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Outdated or unsightly countertops are nearly impossible to overlook, but also super expensive to replace. How to cheat them? Try the trick I discovered during this year’s Designer Showhouse (it ran March 18-April 18). Kitchen designer Sandra Gaylord (or the gal I refer to as “she-who-can-find-a-solution-to-any-pesky-design-problem) took on the kitchen of this year’s South Battery house, tasked with redoing the room with a VERY limited budget. Wait—I’m not even sure there WAS a budget.

Now we all know, you may be able to skate by on pennies in most any other room of the house, but kitchens and bathrooms? That’s when most folks either fork over dough or go home. And by “go home,” I mean, "find another one—with a kitchen someone ELSE updated."

So this is where we found Sandra, ready to get to work shining up a dated kitchen, in which its most glaring and costly obstacle was black countertops. Now I’m not saying that black countertops always equal black sheep in the world of kitchen design, but they were a tough stumbling block in a kitchen that had to be lightened, brightened, and overall overhauled.

What did she do? She taught us all something about the power of problem solving, that’s what. She made them disappear. By painting the lower cupboards a dark gray, she blended the countertops to the cabinetry so that they would no longer stand out. Take a look at the picture—you hardly notice them! Then, rather than sacrificing the whole room to darker hues, she painted the uppers a crisp white (painting over the former green hue) to set the tone for a brighter, more harmonious kitchen.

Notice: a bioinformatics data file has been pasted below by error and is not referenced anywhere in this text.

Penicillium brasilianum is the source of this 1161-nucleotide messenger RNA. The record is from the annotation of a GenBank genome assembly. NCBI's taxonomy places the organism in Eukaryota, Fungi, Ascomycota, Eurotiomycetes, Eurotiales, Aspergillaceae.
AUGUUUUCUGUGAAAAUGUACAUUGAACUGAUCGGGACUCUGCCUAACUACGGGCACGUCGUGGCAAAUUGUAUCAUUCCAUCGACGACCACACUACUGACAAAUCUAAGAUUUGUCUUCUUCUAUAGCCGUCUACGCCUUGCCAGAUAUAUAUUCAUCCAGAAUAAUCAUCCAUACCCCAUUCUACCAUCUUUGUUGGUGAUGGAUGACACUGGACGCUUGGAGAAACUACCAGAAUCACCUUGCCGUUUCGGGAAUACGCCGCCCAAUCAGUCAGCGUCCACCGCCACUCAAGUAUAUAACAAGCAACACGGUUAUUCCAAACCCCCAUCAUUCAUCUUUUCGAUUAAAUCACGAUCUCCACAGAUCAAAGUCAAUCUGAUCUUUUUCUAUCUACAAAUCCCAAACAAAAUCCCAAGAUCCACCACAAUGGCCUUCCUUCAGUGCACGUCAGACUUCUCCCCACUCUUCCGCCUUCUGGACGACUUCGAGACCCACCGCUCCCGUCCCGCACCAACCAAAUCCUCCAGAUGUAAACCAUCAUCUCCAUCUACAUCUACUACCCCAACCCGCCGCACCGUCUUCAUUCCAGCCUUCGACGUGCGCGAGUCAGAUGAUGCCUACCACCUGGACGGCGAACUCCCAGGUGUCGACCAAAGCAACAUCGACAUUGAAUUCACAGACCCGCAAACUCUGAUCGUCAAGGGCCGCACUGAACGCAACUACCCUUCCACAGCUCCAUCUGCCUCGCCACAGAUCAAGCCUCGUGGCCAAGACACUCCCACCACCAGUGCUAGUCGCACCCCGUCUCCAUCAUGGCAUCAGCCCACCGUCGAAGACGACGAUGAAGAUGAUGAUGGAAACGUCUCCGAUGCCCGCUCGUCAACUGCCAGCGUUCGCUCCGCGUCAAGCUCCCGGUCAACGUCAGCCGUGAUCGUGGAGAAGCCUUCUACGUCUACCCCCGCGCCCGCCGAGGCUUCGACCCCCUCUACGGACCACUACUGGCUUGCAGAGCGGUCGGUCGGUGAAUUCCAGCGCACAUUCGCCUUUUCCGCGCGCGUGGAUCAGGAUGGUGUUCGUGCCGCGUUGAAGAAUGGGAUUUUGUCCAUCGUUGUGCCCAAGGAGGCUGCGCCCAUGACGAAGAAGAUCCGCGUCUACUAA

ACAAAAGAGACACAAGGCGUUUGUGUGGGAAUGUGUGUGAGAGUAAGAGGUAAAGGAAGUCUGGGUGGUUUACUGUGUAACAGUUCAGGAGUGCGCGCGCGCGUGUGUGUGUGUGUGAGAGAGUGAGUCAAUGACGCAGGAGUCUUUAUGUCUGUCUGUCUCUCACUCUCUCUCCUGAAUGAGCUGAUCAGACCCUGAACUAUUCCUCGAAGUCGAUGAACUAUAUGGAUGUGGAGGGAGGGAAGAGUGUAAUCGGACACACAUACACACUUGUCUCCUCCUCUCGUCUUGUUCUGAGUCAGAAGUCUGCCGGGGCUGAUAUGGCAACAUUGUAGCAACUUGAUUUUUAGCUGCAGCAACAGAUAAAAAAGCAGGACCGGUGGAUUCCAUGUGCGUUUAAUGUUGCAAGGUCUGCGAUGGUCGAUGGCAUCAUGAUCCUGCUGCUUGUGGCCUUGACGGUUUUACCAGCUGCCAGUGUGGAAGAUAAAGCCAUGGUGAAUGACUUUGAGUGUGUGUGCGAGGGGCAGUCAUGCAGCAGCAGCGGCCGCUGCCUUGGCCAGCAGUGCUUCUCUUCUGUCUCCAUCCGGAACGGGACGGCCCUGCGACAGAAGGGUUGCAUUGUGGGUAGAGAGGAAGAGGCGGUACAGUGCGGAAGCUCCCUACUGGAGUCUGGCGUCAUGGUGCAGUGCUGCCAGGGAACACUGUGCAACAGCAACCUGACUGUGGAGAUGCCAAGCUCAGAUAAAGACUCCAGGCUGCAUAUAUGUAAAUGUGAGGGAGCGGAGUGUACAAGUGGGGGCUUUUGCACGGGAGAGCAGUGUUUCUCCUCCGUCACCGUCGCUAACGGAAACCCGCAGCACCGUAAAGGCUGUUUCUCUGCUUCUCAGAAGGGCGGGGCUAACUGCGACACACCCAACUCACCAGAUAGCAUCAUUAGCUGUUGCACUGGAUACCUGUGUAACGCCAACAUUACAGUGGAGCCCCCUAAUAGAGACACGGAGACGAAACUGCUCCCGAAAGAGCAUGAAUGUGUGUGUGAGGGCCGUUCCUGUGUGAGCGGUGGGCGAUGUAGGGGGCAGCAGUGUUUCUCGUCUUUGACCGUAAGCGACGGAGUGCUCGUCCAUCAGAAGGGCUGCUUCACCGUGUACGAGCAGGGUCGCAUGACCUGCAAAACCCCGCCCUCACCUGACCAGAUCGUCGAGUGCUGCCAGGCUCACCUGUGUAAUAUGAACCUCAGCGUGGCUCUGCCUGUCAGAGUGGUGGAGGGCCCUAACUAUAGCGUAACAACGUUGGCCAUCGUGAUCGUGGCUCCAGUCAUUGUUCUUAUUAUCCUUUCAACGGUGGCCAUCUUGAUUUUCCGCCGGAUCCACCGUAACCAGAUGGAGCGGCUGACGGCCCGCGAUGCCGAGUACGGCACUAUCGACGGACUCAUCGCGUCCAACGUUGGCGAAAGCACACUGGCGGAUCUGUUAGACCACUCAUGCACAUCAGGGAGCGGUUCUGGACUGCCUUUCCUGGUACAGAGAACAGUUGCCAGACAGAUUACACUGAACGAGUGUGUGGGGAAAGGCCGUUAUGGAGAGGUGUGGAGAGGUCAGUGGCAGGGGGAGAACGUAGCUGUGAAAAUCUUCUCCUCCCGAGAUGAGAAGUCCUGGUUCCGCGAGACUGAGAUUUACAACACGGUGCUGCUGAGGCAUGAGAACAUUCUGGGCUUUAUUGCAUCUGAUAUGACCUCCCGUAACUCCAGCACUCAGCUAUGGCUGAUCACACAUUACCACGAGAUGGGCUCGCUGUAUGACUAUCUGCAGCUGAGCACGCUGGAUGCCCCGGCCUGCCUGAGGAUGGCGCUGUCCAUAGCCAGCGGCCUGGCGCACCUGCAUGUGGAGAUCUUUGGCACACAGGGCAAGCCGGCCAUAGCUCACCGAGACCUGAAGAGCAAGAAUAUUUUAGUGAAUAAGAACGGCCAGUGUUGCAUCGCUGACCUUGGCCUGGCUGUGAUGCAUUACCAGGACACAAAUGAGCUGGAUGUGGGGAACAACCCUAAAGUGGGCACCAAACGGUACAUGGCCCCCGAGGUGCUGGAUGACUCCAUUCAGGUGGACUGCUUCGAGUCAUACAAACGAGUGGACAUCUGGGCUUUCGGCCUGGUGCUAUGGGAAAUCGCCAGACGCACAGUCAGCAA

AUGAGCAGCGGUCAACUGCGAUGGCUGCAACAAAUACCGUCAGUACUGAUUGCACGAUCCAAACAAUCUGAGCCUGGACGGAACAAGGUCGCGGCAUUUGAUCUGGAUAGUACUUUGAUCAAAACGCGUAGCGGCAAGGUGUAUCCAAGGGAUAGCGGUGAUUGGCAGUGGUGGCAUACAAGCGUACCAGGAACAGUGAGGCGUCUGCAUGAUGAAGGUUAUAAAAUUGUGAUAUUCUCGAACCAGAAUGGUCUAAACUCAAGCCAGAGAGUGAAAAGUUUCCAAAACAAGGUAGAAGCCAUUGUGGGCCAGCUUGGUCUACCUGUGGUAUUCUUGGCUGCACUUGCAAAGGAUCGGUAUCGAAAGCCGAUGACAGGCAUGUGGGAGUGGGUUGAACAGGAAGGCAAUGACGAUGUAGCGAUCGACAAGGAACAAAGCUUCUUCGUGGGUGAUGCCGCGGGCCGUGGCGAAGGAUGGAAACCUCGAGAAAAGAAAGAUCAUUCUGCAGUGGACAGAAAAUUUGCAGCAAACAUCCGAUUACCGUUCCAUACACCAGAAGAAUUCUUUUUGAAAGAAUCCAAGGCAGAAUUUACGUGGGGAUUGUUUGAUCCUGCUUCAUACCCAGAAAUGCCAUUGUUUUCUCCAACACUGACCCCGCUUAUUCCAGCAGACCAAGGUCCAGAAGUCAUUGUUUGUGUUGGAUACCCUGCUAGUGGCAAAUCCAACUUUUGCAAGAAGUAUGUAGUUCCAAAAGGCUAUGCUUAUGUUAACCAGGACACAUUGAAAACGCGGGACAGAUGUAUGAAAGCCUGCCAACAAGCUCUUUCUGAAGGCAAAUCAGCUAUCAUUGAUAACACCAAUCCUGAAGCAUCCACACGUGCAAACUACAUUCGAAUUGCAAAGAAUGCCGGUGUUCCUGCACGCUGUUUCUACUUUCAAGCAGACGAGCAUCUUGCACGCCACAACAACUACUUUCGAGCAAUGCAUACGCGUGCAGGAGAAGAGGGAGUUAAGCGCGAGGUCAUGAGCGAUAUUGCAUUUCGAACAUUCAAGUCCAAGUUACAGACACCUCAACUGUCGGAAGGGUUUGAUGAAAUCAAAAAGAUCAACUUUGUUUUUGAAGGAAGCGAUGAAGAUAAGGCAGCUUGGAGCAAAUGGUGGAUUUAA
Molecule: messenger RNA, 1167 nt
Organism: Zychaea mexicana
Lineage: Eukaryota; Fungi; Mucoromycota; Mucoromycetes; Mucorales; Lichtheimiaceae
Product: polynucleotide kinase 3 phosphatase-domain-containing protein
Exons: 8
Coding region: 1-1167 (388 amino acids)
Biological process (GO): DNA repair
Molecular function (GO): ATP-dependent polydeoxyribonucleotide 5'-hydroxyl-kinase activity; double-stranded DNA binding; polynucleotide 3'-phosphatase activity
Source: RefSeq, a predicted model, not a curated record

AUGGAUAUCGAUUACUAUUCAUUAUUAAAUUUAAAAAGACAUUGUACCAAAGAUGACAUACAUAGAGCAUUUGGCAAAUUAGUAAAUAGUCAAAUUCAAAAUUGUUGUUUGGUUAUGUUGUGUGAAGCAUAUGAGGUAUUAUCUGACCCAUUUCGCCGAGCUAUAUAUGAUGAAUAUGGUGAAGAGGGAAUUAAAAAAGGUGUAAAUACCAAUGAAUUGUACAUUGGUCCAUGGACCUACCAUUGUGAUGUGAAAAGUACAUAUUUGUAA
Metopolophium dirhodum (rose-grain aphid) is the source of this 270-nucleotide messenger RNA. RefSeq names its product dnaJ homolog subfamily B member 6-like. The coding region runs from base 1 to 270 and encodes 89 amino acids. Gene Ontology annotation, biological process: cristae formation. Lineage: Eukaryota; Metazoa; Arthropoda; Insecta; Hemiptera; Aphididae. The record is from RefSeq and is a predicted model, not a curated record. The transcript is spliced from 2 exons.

Other Cool Notes 
1. Get a load of her light fixtures! Not your average task-oriented cooking shades. The Italian “Phrena” lights (designed by Karl Zahn for Artecnica) give the room a contemporary bent and add some much-needed friction to the otherwise traditional and non-descript space

2.Morning beverage station she created just by adding shelving and repositioning coffee and espresso makers.

3. The top half white/bottom half gray separation really pulls the room together. It neatens it up. And the custom-made table in the middle takes it from an oversized equivalent of a pass-through galley to a kitchen where you can stop and stay awhile.

Design info:

Gaylord Design, LLC
642 Grassy Hill Ln.
Summerville
(843) 327-4635

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